So it actually looks like they lost about 60-70g this year. Taking them to the shop tomorrow. After reading all this I’m getting them mounted factory +2. Fingers crossed. Semi-confident in that this makes for same fore aft positioning with respect to weighted running length as I have on my 192cm BC120s mounted factory line (with 10cm more both front and back on the shorter ski). That’s it – I am commanded to get them off the dining table right away …

    • According to Atomic website it should be 1700 grams in 180 cm. The whole Bent Chetler 100 lineup might be off the stated weight as mine 188 came in at nearly 2 kg per ski. But still wants to put the backland tour binding on it. Even that I am gonna have to drag uphill another 400 grams. it looks like fun touring setup.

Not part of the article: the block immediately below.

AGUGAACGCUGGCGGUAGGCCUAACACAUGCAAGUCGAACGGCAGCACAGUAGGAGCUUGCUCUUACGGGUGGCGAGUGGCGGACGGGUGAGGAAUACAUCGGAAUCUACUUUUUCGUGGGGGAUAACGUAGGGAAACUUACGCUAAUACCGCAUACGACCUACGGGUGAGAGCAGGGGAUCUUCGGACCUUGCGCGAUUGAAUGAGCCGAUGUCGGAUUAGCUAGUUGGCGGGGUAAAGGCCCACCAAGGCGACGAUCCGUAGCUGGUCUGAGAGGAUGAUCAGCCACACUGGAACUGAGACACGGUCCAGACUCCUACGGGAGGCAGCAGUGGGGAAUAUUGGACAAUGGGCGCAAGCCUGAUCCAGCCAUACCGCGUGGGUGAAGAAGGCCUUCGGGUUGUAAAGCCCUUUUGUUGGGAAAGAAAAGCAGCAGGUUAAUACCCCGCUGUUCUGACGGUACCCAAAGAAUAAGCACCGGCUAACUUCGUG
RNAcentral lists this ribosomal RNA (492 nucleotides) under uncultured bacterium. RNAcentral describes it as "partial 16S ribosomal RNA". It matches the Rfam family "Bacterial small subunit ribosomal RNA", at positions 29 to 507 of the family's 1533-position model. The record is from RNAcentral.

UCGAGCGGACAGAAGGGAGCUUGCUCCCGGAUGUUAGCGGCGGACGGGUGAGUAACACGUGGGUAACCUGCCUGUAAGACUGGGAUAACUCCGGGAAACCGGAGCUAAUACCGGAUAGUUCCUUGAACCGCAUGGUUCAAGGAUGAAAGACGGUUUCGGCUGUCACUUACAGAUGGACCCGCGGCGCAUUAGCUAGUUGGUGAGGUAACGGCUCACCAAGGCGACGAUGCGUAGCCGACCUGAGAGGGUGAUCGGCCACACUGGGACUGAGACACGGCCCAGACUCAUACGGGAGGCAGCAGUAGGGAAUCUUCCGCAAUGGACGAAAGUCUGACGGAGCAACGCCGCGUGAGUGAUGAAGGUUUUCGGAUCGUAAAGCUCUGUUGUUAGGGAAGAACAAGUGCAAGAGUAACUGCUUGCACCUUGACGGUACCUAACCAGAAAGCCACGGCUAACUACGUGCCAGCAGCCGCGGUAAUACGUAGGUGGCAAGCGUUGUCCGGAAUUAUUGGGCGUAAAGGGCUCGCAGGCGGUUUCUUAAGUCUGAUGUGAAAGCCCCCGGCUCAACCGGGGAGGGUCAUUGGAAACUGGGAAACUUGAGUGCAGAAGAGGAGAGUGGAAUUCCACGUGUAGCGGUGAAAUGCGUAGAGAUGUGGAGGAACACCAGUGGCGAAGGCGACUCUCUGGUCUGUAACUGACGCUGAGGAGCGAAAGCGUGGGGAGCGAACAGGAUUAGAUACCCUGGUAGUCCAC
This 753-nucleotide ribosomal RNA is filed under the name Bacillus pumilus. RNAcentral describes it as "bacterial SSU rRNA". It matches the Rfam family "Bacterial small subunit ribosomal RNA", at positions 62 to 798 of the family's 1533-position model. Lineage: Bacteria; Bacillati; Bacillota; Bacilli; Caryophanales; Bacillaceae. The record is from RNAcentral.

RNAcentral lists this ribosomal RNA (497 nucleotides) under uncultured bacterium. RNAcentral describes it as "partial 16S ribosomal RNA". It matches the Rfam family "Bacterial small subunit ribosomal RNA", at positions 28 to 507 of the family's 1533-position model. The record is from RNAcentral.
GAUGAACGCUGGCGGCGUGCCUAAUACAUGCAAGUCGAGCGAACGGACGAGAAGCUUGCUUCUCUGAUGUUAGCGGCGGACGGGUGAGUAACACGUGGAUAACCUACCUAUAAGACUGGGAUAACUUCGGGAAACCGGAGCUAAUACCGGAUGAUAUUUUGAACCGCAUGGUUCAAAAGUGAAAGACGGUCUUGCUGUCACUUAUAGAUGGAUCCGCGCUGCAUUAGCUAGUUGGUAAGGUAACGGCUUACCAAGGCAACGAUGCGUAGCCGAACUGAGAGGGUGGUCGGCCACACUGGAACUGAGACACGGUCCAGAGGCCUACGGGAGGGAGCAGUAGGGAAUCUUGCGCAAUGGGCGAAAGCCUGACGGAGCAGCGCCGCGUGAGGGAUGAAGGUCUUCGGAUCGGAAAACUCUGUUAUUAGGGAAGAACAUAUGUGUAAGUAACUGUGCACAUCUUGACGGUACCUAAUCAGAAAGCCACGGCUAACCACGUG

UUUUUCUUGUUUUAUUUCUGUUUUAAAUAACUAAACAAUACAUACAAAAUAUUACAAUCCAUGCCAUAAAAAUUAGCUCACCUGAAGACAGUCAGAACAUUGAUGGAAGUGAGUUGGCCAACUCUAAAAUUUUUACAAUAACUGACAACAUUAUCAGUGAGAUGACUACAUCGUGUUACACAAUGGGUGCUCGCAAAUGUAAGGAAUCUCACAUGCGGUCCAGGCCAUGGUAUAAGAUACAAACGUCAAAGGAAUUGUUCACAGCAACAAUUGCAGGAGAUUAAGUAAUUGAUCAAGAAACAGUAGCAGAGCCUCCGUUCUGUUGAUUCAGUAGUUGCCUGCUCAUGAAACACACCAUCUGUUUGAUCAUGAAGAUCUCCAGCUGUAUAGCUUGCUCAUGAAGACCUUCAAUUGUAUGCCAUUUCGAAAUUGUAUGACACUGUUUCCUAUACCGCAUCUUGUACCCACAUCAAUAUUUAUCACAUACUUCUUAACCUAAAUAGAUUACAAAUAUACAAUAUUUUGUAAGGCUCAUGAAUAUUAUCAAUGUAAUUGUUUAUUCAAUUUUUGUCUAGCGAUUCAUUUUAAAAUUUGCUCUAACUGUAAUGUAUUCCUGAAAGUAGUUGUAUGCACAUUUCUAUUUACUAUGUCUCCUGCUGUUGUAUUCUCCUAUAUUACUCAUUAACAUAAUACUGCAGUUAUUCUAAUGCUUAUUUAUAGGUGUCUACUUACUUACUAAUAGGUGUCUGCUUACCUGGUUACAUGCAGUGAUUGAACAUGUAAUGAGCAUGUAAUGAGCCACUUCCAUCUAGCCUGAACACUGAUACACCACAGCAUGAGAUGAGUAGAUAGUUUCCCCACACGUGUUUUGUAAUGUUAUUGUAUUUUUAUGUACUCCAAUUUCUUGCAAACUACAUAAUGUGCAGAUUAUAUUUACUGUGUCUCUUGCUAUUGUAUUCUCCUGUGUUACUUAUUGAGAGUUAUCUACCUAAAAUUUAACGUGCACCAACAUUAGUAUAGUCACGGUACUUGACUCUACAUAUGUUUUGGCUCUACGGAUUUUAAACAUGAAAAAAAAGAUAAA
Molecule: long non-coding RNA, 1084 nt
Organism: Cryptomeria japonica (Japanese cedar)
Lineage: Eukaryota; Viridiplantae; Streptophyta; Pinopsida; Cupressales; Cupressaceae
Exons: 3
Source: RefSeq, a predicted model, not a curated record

34. Wow. Just had my first day on a pair of 188s. They have the chops for pretty much any snow conditions and yet are totally forgiving. Definitely the ski to be on at the end of the day! About the only thing they don’t do is go really fast, otherwise they are one of the most easy to ski and versatile skis I’ve ever tried. (While still being enough ski for any ability/size skier. I’m 230lbs, expert, early 40s)

    Quick note on mount point. I’m right at the recommended line. If you are coming from ‘traditional’ mounted skis, I wouldn’t rush to mount further forward. You may even like them further back. I’ve seen no comments/reviews/post on mounting _behind_ the line, but if I move my bindings, I’m more temped to try back than forward.